A harsh critique is one where the critiquer is attacking the writer, providing mean, nasty, comments. A harsh critique will be destructive throughout, offering little-to-no positive feedback. Don't give them a second thought; trash them.
A constructive critique is one that offers direct language when pointing out flaws and areas that need work. A constructive critique will tell you why it doesn't work and offer an alternative. A constructive critique addresses only the writing, never the writer. They give you a critique sandwich: the bread is the positive, the filling is the negative—the listing of flaws. They start with the positive, discuss the negative, and end with the positive. These critiquers are treasurers; keep them!
A helpful critiquer will answer questions and wants to see you succeed, by not getting scammed, or going down a path that could be troublesome.
When you receive the critique...
- Read it.
- Step away from it for several days. No venting or talking about it. Just think about it.
- Return and read it again. Only this time, evaluate it as you were an editor with a mind to purchase. Would you buy it as is?
- Try to remember that the critiquer's intentions were good. They were trying to help you.
- Never defend what you have written. Critiquers can only judge what's on the page. They can't see what's not on the page.
Do know that you don't have to accept every suggestion made. Keeping in mind the critiquers' expertise, you get to determine what to accept and what to reject.
Can you have several critique partners?
Yes! I have several and rarely do they comment on the same things. Why? Because they have different backgrounds and specialties.
What is the proper post-critique etiquette?
- Always send the critiquer a thank you.
- If they are critiquing without a fee, send them a signed copy of the book.
- Never allow a third-party to talk to the critiquer on your behalf.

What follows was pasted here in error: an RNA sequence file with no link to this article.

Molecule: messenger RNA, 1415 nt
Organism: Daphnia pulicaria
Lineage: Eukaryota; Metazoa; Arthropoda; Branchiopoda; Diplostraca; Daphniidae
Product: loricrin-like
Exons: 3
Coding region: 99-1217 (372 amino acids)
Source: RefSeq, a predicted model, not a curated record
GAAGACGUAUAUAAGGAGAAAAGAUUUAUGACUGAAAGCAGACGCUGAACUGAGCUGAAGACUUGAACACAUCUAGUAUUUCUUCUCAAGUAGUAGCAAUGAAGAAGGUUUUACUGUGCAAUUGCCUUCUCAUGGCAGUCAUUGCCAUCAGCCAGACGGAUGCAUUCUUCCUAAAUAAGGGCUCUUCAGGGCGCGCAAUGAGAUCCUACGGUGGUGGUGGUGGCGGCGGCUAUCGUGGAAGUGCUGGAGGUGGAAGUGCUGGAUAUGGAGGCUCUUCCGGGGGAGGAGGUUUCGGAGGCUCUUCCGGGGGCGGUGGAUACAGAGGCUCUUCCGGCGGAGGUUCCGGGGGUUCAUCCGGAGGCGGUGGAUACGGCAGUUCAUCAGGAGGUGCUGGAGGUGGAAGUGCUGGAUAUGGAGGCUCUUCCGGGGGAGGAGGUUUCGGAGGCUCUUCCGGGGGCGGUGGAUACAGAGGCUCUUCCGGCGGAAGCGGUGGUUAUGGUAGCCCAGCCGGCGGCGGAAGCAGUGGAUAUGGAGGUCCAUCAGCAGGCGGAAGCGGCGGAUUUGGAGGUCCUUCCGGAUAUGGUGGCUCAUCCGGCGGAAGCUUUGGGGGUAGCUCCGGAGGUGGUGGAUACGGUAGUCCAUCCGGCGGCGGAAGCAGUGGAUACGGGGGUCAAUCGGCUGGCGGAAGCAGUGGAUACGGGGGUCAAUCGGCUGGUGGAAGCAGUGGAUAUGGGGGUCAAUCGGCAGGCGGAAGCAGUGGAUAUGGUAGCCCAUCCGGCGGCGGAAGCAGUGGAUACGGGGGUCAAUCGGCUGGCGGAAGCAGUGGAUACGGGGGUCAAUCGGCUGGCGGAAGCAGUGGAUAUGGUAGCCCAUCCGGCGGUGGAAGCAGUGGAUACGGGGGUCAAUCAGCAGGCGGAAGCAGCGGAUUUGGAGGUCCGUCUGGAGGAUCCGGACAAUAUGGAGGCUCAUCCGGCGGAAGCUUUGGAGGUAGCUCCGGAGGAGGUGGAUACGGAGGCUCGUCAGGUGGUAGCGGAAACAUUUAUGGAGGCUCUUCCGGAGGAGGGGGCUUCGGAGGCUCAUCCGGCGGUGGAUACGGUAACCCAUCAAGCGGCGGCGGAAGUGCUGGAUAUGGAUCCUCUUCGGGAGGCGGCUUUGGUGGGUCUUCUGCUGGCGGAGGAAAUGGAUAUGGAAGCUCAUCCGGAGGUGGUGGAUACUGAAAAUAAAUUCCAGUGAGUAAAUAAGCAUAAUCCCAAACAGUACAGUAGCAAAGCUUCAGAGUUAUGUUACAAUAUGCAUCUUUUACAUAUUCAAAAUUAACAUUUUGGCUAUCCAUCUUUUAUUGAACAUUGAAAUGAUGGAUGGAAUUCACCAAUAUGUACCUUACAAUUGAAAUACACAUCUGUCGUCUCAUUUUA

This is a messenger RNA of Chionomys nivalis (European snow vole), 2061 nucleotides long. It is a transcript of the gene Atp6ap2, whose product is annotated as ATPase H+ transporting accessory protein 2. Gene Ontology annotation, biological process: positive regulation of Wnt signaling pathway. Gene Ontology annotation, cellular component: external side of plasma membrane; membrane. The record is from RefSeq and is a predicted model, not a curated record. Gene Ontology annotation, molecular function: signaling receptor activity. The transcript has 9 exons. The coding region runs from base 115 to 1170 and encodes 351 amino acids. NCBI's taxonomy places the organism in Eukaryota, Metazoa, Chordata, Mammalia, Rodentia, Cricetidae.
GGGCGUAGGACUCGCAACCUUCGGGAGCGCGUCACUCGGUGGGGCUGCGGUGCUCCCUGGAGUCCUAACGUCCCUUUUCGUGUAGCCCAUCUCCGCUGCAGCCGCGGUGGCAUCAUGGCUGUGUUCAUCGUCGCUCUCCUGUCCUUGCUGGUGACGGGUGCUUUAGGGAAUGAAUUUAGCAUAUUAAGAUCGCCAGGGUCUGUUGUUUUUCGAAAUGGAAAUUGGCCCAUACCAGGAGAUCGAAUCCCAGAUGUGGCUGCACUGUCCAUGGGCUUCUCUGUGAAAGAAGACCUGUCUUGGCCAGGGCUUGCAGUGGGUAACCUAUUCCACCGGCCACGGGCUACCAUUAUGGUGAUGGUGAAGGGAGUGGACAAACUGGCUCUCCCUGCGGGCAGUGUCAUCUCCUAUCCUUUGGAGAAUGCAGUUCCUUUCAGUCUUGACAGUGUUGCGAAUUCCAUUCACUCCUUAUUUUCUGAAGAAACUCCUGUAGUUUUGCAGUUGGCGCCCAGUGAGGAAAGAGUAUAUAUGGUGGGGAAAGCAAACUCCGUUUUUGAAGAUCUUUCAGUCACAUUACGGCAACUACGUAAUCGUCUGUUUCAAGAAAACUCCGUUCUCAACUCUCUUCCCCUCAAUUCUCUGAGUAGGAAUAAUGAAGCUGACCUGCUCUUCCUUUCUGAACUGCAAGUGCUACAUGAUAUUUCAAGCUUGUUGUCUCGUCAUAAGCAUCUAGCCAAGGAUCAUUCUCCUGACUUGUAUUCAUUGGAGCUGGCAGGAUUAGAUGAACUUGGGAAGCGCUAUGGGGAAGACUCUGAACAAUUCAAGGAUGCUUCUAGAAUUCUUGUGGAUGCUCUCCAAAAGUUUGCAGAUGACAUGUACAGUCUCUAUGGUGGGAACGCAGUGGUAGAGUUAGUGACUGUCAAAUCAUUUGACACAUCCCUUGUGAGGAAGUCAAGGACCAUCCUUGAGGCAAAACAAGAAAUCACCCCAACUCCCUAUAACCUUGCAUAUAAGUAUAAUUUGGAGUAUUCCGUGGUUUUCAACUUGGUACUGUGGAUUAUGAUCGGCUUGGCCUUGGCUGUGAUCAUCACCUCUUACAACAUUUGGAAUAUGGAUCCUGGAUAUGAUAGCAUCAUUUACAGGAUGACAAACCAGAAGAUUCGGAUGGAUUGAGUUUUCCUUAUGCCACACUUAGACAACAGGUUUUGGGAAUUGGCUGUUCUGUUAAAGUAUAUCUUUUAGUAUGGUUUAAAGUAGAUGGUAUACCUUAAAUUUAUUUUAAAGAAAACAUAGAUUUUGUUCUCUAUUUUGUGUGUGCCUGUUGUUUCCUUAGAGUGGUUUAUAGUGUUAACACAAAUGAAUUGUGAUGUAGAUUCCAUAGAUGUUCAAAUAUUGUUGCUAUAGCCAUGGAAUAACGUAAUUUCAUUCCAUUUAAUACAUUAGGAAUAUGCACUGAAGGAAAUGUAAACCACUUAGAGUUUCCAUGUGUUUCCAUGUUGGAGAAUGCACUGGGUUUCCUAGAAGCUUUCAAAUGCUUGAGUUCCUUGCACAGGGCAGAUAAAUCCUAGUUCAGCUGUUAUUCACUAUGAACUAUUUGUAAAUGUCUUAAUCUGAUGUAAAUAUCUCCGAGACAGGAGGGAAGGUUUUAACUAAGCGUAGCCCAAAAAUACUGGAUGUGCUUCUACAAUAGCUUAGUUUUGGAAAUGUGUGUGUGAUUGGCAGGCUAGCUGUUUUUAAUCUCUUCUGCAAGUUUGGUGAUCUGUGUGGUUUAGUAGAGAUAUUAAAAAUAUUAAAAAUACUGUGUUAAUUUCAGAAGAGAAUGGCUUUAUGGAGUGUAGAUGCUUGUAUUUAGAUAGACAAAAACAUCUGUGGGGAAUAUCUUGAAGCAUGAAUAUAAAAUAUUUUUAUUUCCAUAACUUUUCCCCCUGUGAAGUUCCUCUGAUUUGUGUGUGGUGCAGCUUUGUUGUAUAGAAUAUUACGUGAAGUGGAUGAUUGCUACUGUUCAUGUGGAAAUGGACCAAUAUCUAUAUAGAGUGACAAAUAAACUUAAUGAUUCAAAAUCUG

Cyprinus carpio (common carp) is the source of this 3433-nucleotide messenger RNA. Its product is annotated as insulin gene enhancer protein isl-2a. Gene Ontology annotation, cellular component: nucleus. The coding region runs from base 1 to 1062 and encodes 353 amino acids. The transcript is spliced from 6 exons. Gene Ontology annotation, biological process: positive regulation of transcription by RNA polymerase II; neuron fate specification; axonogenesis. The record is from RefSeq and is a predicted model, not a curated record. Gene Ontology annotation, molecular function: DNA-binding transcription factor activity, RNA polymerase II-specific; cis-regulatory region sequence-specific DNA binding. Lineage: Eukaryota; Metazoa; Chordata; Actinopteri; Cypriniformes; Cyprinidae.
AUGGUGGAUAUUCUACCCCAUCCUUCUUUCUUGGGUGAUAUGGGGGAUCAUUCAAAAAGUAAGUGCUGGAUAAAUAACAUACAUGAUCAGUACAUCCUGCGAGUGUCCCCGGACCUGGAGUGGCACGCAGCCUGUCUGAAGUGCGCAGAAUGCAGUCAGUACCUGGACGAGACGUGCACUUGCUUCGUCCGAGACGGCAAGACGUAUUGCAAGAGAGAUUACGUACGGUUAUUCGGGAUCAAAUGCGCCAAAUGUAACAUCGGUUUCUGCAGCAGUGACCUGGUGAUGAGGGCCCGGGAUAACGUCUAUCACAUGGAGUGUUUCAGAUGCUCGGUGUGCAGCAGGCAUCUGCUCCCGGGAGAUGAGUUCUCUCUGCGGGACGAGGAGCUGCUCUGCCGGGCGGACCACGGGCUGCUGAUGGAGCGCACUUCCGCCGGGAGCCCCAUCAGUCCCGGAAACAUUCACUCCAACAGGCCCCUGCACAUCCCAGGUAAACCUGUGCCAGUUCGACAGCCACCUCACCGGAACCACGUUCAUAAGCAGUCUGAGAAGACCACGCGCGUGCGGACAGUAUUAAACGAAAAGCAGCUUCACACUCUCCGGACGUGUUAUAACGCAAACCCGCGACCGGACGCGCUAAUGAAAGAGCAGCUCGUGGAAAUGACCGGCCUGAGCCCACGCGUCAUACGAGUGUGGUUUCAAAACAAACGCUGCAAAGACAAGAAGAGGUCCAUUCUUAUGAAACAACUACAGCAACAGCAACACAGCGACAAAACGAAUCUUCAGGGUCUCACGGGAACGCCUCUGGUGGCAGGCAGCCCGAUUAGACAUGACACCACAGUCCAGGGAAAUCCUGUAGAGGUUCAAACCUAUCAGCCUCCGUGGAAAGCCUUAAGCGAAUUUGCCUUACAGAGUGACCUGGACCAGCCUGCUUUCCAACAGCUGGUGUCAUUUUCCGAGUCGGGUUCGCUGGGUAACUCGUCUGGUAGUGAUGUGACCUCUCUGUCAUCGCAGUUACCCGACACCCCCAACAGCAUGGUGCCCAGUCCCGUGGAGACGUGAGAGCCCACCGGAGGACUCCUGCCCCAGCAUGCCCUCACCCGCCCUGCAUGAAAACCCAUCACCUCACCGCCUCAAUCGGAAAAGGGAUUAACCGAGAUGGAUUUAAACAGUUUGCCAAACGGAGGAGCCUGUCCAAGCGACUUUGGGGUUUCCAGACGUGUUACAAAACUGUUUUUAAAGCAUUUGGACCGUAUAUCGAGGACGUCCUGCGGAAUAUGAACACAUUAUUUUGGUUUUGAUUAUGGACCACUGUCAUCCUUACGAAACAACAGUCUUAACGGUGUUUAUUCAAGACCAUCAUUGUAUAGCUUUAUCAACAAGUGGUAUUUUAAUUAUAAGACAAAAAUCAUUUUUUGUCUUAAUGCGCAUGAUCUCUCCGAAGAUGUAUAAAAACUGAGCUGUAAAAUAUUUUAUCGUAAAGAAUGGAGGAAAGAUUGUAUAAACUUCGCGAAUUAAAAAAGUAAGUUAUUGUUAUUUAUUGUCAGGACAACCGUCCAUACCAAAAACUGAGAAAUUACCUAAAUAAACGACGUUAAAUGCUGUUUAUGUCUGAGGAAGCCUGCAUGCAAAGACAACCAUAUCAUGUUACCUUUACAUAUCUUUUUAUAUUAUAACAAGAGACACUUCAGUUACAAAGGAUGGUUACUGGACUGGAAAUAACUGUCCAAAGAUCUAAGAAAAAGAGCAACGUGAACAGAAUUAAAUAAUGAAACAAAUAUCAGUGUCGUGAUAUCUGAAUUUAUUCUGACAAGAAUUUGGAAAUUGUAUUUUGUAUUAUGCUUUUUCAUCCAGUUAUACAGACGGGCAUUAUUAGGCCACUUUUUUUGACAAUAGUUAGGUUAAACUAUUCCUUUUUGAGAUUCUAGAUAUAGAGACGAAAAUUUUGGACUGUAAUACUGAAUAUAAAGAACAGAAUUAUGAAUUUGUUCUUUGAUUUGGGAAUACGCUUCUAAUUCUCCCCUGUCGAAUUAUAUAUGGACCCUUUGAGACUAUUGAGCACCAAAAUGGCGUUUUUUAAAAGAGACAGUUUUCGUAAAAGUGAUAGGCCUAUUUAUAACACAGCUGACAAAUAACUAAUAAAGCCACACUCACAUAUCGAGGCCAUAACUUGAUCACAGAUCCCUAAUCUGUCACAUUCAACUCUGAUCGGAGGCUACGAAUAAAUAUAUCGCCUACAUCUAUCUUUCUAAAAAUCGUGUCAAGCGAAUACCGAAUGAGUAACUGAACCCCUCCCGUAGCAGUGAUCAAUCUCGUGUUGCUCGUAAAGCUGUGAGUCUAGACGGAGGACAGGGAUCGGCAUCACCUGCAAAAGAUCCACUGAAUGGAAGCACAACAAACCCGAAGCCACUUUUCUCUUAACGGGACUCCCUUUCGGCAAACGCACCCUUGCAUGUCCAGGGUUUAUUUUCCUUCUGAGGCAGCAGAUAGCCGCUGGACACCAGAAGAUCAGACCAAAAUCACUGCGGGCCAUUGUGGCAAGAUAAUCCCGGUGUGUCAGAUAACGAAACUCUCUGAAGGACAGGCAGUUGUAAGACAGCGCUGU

What reactions do editors, agents, and publishers want to see?
They want to see you accepting critiques with gratitude, not attitude. Having an attitude is viewed as unprofessional, and the writer with an attitude probably won't be working with that editor, agent, or publisher for long.
The first critique I received was the hardest. Yes, I cried, but when I went back to it, this wonderful mentor was correct in her advice. Later, we became critique partners.
Over time, receiving criticism got easier. Today, I welcome critiques, knowing these experienced people will only make my writing stronger, and I celebrate those times when the comments are few, revealing that I have gotten better.
Do you have a critique experience or a something you learned about yourself as a result of a critique that you'd like to share?
Dr. Diana Stout is an award-winning writer in multiple genres, a screenwriter, author, blogger, writing coach, presenter, and former English professor. She recently published her screenplay, Charlie's Christmas Carole, as a book and is publishing, Tangled Passions: A Laurel Ridge Novella (Book #5), a romance. Her short story, "Bread Pudding" is a semi-finalist, one of the top ten in the Adult category in the Write Michigan Short Story Contest, with winners to be announced early February.
You can find Dr. Stout at her website, Sharpened Pencils Productions.